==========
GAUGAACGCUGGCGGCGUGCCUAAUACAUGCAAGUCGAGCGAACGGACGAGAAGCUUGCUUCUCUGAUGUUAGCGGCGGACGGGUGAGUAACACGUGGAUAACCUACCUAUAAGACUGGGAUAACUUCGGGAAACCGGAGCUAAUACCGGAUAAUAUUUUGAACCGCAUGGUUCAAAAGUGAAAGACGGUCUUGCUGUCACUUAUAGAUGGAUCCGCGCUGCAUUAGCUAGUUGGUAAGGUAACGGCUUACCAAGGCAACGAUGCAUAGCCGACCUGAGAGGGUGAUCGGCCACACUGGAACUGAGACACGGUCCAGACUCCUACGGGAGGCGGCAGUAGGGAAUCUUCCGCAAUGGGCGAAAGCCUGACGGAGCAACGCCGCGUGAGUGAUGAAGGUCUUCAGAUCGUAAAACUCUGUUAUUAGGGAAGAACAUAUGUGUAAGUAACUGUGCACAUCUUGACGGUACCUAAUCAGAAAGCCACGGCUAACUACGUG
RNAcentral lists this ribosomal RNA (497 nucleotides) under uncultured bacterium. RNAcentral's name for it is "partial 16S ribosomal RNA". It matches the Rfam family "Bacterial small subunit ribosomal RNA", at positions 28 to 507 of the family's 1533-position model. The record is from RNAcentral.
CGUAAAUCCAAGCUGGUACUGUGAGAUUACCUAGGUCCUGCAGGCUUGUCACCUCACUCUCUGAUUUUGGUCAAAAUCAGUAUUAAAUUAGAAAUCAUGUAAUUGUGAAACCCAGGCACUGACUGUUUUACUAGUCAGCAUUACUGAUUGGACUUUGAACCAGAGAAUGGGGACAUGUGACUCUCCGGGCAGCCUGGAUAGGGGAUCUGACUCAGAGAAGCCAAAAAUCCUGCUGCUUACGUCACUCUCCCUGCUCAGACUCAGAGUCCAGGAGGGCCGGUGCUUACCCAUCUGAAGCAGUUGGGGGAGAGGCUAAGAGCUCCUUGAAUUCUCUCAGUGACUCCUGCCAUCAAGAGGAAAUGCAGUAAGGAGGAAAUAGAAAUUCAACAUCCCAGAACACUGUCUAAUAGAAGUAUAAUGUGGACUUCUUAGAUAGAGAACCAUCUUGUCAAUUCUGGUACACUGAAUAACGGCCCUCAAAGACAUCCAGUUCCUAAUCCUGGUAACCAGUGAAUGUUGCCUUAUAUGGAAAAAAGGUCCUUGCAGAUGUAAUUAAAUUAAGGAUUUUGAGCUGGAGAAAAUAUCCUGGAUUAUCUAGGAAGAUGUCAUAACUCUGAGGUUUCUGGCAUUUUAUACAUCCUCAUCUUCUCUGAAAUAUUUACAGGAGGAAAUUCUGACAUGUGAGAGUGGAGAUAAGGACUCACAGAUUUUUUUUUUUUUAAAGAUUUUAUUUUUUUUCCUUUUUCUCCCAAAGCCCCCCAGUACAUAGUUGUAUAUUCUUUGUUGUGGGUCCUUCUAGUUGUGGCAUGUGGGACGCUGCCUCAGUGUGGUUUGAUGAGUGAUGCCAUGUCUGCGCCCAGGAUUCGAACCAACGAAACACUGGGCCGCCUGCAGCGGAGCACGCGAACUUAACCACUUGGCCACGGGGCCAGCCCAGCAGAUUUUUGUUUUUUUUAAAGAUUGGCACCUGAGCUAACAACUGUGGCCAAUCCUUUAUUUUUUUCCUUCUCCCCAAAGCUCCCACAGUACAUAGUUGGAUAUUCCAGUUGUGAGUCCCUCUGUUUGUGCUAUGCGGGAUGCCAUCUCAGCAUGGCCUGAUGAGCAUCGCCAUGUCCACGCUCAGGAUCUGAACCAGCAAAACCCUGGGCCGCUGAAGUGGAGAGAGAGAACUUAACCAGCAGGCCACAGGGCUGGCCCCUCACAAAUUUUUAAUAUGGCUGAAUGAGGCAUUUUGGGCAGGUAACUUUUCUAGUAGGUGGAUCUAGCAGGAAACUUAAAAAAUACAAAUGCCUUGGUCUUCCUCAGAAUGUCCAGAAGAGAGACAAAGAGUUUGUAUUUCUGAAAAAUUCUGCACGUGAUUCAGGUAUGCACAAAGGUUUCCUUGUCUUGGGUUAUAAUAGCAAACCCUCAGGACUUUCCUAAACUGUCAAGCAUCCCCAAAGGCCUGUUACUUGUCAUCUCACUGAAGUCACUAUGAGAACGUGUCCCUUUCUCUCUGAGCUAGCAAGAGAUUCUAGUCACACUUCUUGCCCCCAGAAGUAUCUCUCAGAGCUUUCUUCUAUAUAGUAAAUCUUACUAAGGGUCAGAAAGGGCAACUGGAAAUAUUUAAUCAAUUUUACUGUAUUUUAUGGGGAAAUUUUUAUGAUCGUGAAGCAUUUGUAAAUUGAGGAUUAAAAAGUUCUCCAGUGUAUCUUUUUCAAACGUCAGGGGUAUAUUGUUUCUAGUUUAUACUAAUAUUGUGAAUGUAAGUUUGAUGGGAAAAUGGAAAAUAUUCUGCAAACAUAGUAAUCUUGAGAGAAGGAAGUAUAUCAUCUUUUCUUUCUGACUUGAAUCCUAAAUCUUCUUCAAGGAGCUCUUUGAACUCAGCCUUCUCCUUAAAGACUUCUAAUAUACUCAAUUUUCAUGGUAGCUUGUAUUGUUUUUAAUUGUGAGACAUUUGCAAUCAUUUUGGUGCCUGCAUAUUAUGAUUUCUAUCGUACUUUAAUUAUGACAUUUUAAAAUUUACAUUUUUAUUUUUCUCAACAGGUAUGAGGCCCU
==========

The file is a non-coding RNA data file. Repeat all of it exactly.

GAUGAACGCUGGCGGCGUGCCUAAUACAUGCAAGUCGAGCGAACGGACGAGAAGCUUGCUUCUCUGAUGUUAGCGGCGGACGGGUGAGUAACACGUGGAUAACCUACCUAUAAGACUGGGAUAACUUCGGGAAACCGGAGCUAAUACCGGAUAAUAUUUUGAACCGCAUGGUUCAAAAGUGAAAGACGGUCUUGCUGUCACUUAUAGAUGGAUCCGCGCUGCAUUAGCUAGUUGGUAAGGUAACGGCUUACCAAGGCAACGAUGCAUAGCCGACCUGAGAGGGUGAUCGGCCACACUGGAACUGAGACACGGUCCAGACUCCUACGGGAGGCGGCAGUAGGGAAUCUUCCGCAAUGGGCGAAAGCCUGACGGAGCAACGCCGCGUGAGUGAUGAAGGUCUUCAGAUCGUAAAACUCUGUUAUUAGGGAAGAACAUAUGUGUAAGUAACUGUGCACAUCUUGACGGUACCUAAUCAGAAAGCCACGGCUAACUACGUG
RNAcentral lists this ribosomal RNA (497 nucleotides) under uncultured bacterium. RNAcentral's name for it is "partial 16S ribosomal RNA". It matches the Rfam family "Bacterial small subunit ribosomal RNA", at positions 28 to 507 of the family's 1533-position model. The record is from RNAcentral.
CGUAAAUCCAAGCUGGUACUGUGAGAUUACCUAGGUCCUGCAGGCUUGUCACCUCACUCUCUGAUUUUGGUCAAAAUCAGUAUUAAAUUAGAAAUCAUGUAAUUGUGAAACCCAGGCACUGACUGUUUUACUAGUCAGCAUUACUGAUUGGACUUUGAACCAGAGAAUGGGGACAUGUGACUCUCCGGGCAGCCUGGAUAGGGGAUCUGACUCAGAGAAGCCAAAAAUCCUGCUGCUUACGUCACUCUCCCUGCUCAGACUCAGAGUCCAGGAGGGCCGGUGCUUACCCAUCUGAAGCAGUUGGGGGAGAGGCUAAGAGCUCCUUGAAUUCUCUCAGUGACUCCUGCCAUCAAGAGGAAAUGCAGUAAGGAGGAAAUAGAAAUUCAACAUCCCAGAACACUGUCUAAUAGAAGUAUAAUGUGGACUUCUUAGAUAGAGAACCAUCUUGUCAAUUCUGGUACACUGAAUAACGGCCCUCAAAGACAUCCAGUUCCUAAUCCUGGUAACCAGUGAAUGUUGCCUUAUAUGGAAAAAAGGUCCUUGCAGAUGUAAUUAAAUUAAGGAUUUUGAGCUGGAGAAAAUAUCCUGGAUUAUCUAGGAAGAUGUCAUAACUCUGAGGUUUCUGGCAUUUUAUACAUCCUCAUCUUCUCUGAAAUAUUUACAGGAGGAAAUUCUGACAUGUGAGAGUGGAGAUAAGGACUCACAGAUUUUUUUUUUUUUAAAGAUUUUAUUUUUUUUCCUUUUUCUCCCAAAGCCCCCCAGUACAUAGUUGUAUAUUCUUUGUUGUGGGUCCUUCUAGUUGUGGCAUGUGGGACGCUGCCUCAGUGUGGUUUGAUGAGUGAUGCCAUGUCUGCGCCCAGGAUUCGAACCAACGAAACACUGGGCCGCCUGCAGCGGAGCACGCGAACUUAACCACUUGGCCACGGGGCCAGCCCAGCAGAUUUUUGUUUUUUUUAAAGAUUGGCACCUGAGCUAACAACUGUGGCCAAUCCUUUAUUUUUUUCCUUCUCCCCAAAGCUCCCACAGUACAUAGUUGGAUAUUCCAGUUGUGAGUCCCUCUGUUUGUGCUAUGCGGGAUGCCAUCUCAGCAUGGCCUGAUGAGCAUCGCCAUGUCCACGCUCAGGAUCUGAACCAGCAAAACCCUGGGCCGCUGAAGUGGAGAGAGAGAACUUAACCAGCAGGCCACAGGGCUGGCCCCUCACAAAUUUUUAAUAUGGCUGAAUGAGGCAUUUUGGGCAGGUAACUUUUCUAGUAGGUGGAUCUAGCAGGAAACUUAAAAAAUACAAAUGCCUUGGUCUUCCUCAGAAUGUCCAGAAGAGAGACAAAGAGUUUGUAUUUCUGAAAAAUUCUGCACGUGAUUCAGGUAUGCACAAAGGUUUCCUUGUCUUGGGUUAUAAUAGCAAACCCUCAGGACUUUCCUAAACUGUCAAGCAUCCCCAAAGGCCUGUUACUUGUCAUCUCACUGAAGUCACUAUGAGAACGUGUCCCUUUCUCUCUGAGCUAGCAAGAGAUUCUAGUCACACUUCUUGCCCCCAGAAGUAUCUCUCAGAGCUUUCUUCUAUAUAGUAAAUCUUACUAAGGGUCAGAAAGGGCAACUGGAAAUAUUUAAUCAAUUUUACUGUAUUUUAUGGGGAAAUUUUUAUGAUCGUGAAGCAUUUGUAAAUUGAGGAUUAAAAAGUUCUCCAGUGUAUCUUUUUCAAACGUCAGGGGUAUAUUGUUUCUAGUUUAUACUAAUAUUGUGAAUGUAAGUUUGAUGGGAAAAUGGAAAAUAUUCUGCAAACAUAGUAAUCUUGAGAGAAGGAAGUAUAUCAUCUUUUCUUUCUGACUUGAAUCCUAAAUCUUCUUCAAGGAGCUCUUUGAACUCAGCCUUCUCCUUAAAGACUUCUAAUAUACUCAAUUUUCAUGGUAGCUUGUAUUGUUUUUAAUUGUGAGACAUUUGCAAUCAUUUUGGUGCCUGCAUAUUAUGAUUUCUAUCGUACUUUAAUUAUGACAUUUUAAAAUUUACAUUUUUAUUUUUCUCAACAGGUAUGAGGCCCU